Handheld Device Widens Vital Signs Data Collection
MouthLab, which also takes a basic electrocardiogram, consists of a small, flexible mouthpiece connected to a handheld unit about the size of a telephone receiver. The mouthpiece holds a temperature sensor and a blood volume sensor. The thumb pad on the handheld unit has a miniaturised pulse oximeter that uses beams of light to measure blood oxygen levels. Other sensors measure breathing from the nose and mouth.
"It can be used by people without special training at home or in the field," says the device's lead engineer, Gene Fridman, PhD, an assistant professor of biomedical engineering and of otolaryngology-head and neck surgery at Johns Hopkins. The device may help detect early signs of medical emergencies, such as heart attacks, he says, or avoid unnecessary emergency room visits when a patient's vital signs are good.
Since MouthLab tracks vital signs by mouth, researchers say future versions of the device will be able to detect chemical cues in blood, saliva and breath that act as markers for serious health conditions. "We envision the detection of a wide range of disorders, from blood glucose levels for diabetics, to kidney failure, to oral, lung and breast cancers," Dr. Fridman points out.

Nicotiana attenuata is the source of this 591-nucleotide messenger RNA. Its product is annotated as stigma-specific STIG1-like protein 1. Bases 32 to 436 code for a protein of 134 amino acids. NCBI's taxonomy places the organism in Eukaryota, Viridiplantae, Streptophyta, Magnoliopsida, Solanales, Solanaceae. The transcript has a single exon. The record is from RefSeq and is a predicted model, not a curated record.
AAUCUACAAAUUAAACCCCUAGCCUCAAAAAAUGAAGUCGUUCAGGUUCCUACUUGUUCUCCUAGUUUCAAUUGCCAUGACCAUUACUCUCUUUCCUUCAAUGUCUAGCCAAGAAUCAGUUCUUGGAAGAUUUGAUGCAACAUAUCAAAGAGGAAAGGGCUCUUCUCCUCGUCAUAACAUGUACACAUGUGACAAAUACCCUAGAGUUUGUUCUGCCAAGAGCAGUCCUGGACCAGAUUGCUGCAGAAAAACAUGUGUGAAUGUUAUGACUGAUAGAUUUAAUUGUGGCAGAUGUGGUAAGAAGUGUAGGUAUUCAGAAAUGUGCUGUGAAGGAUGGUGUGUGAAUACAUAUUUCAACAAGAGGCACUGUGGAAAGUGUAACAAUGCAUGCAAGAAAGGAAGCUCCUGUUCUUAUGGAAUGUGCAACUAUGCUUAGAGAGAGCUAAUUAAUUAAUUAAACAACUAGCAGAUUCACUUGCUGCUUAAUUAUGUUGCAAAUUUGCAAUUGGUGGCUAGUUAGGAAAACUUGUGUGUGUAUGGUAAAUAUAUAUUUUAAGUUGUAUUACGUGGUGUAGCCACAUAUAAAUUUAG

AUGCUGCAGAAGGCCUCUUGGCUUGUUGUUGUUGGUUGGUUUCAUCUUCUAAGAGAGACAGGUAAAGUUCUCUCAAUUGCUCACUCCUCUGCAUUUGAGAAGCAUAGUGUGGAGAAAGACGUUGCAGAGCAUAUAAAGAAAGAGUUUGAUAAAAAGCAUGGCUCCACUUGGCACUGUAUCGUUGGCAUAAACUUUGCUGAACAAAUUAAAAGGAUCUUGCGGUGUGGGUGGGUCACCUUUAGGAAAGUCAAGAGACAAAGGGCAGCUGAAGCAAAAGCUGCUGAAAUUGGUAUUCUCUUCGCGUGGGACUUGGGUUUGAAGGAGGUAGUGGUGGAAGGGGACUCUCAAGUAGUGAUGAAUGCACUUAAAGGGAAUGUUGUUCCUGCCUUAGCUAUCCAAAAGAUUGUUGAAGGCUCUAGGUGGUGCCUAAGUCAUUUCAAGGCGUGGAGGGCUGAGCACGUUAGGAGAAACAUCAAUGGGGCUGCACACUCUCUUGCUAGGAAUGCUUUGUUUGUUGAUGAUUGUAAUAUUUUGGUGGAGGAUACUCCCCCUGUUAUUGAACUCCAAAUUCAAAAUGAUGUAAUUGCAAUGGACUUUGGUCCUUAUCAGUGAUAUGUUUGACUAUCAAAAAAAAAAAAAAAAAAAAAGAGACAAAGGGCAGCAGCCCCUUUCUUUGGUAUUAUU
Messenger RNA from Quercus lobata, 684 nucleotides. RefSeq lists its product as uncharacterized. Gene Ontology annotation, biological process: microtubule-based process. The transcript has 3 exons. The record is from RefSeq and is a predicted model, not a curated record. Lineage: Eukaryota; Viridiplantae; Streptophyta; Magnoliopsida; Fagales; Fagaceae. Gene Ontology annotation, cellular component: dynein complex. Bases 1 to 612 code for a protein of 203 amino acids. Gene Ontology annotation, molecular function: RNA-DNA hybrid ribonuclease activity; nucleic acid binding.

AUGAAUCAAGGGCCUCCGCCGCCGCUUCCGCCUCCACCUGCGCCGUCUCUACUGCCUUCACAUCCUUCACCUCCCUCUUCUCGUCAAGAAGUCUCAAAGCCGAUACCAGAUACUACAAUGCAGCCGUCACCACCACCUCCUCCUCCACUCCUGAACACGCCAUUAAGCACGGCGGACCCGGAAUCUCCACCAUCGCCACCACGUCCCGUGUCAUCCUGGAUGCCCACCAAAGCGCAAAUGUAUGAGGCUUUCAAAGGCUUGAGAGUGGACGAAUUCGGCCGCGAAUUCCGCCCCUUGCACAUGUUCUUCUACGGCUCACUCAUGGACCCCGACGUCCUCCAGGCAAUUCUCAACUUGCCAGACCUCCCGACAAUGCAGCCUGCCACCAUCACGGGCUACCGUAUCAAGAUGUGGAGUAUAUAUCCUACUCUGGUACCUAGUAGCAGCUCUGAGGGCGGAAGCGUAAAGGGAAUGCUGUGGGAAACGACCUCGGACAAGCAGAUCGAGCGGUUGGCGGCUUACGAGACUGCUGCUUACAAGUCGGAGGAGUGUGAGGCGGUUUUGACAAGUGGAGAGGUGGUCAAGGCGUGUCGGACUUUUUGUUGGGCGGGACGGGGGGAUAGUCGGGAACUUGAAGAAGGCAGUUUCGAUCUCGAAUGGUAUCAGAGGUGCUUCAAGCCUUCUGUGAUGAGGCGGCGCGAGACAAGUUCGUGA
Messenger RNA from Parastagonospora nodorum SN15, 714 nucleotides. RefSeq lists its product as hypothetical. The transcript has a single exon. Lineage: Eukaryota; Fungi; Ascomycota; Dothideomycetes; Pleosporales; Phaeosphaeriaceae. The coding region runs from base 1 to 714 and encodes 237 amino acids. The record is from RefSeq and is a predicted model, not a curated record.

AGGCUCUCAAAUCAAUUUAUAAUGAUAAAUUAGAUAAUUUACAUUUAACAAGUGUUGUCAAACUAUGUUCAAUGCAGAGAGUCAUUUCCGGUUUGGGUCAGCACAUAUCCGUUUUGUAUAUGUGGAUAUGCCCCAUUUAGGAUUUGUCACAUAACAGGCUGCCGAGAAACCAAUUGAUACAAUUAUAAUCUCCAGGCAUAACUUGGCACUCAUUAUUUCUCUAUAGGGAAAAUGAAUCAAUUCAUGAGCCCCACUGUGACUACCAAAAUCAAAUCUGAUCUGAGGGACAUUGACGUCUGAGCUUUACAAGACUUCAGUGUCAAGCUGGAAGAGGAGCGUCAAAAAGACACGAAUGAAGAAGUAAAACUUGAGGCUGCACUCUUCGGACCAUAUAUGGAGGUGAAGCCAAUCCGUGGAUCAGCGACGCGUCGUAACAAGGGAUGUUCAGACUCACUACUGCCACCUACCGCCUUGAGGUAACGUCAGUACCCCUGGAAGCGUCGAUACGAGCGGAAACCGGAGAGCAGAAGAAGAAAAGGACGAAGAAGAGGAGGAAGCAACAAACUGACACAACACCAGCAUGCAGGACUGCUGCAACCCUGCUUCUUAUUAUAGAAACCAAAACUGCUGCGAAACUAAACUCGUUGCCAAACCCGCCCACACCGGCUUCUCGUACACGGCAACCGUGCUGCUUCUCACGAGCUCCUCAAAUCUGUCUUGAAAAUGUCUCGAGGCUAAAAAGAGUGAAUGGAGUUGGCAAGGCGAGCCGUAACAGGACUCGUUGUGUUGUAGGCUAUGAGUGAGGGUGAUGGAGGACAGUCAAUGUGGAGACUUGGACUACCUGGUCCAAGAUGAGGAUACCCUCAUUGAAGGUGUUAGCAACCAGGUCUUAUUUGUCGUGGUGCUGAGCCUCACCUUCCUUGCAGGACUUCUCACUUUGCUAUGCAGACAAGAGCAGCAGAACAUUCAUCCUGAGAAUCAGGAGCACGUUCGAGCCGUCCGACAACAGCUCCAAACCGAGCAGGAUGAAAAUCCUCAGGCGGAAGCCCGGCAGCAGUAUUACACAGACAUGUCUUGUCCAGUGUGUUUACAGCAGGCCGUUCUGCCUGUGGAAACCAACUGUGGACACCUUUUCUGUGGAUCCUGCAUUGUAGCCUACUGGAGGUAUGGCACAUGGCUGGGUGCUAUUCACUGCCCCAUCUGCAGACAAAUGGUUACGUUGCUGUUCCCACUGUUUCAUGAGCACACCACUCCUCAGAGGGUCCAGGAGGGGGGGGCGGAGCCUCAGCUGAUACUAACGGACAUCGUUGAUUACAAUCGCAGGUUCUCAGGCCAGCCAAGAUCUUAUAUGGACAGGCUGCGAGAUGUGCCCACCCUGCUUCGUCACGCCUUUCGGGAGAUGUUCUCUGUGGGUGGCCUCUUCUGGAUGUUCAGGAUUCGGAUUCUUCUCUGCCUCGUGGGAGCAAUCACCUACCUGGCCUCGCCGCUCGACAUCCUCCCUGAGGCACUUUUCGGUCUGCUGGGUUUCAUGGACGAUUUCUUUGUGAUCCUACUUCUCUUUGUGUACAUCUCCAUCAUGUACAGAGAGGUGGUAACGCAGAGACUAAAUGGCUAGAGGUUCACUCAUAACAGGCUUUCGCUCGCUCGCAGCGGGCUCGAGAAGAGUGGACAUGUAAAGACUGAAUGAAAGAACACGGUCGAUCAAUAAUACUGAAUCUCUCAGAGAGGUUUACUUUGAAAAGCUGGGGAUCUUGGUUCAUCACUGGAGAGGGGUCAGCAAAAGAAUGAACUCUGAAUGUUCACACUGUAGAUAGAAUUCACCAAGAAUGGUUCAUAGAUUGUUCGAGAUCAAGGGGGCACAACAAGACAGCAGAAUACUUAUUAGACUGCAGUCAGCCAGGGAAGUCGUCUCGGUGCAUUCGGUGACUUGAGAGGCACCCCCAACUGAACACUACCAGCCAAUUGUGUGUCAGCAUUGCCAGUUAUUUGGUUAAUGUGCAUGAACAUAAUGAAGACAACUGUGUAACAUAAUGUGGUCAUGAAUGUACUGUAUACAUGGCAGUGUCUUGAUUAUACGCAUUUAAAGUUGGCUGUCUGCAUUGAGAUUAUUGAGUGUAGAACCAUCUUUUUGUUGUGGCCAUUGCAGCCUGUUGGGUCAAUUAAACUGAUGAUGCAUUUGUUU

MouthLab also has three electrodes for ECGs: one on the thumb pad, one on the upper lip of the mouthpiece and one on the lower lip. That ECG signal is the basis for MouthLab's novel way of recording blood pressure. When the signal shows the heart is contracting, the device optically measures changes in the volume of blood reaching the thumb and upper lip. Unique software converts the blood flow data into systolic and diastolic pressure readings.
The hand unit relays data by Wi-Fi to a nearby laptop or smart device, where graphs display real-time results. The next generation of the device will display its own data readouts with no need for a laptop, Dr. Fridman says, adding that patients will be able to send results to their doctors via cellphone.
"Our final version will be smaller, more ergonomic, more user-friendly and faster," he adds. "Our goal is to obtain all vital signs in under 10 seconds."
Source: Johns Hopkins Medicine
Image credit: Yuankui Zhu/Johns Hopkins Medicine
Published on : Mon, 31 Aug 2015
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